Telecoms firms let best staff slip through fingers

firms are poor at recruiting and retaining high standard employees, according
to a report.

study by HR consultancy Watson Wyatt reveals that most telecoms companies have
human resources practices that provide good value to shareholders, but are not
good at attracting and keeping the best employees.

Ross, Watson Wyatt partner and co-author of the firm’s European Human Capital
Index, said, “It shows that many telecoms companies do not have clear policies
for retaining their better performing employees.

tend to have HR policies which encourage the retention of both good and less
good performers within the organisation. Our research suggests that this will
have a negative impact on their financial performance.”

Mobile’s HR director agreed. Lily Lu said, “The telecoms industry has been poor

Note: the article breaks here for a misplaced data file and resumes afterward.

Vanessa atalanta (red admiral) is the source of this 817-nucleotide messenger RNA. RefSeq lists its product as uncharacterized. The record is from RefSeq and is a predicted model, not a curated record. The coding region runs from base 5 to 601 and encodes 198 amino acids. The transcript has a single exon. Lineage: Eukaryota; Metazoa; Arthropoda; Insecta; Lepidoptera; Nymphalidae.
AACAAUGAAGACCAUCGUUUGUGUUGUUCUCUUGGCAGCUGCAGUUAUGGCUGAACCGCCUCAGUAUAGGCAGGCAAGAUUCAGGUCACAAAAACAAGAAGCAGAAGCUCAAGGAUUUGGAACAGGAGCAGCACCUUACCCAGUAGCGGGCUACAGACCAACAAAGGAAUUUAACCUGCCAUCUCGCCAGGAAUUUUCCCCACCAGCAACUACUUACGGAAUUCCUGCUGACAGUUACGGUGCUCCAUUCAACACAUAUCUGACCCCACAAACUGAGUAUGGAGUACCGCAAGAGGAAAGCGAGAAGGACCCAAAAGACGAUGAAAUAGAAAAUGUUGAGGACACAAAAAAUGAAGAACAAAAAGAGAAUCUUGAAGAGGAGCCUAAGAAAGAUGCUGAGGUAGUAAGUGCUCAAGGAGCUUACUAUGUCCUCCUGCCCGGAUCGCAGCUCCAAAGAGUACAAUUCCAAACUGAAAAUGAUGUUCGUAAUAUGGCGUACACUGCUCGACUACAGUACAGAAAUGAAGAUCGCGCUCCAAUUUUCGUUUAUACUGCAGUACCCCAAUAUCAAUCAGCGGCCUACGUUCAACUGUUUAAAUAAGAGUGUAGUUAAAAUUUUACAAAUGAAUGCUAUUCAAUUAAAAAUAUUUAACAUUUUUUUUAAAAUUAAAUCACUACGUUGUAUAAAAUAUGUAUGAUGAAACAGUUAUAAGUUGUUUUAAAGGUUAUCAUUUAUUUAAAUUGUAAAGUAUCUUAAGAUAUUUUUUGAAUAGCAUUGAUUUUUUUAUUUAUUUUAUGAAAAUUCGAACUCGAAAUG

in the past in keeping good employees happy, but I do believe that the industry
is improving.”

study also shows that a significant improvement in key HR practices has
contributed to an increase of more than a quarter in telecoms companies’ stock
market values.

said, “Staff incentives and reward schemes are now commonplace within the
industry. At Virgin we have a bonus system that every employee is part of.
Individual bonuses depend on the companies performance as well as the

phone giant Orange dismissed the report’s findings and claims that it does not
suffer from the retention and promotional problems highlighted by the survey.

spokesperson said, “We employ a number of strategies designed to attract and
retain good staff. The company has a commitment to providing career
development, exciting and varied opportunities and good rewards. This has
ensured that Orange has not experienced problems in retaining staff.”

HR policies in telecoms companies that help recruit and retain good staff
include sharing information, well-integrated leadership practices and
consistent pan-European HR practices, claims the report.

Watson Wyatt European Human Capital Index is based on a study of 200 companies
across Europe.

Paul Nelson

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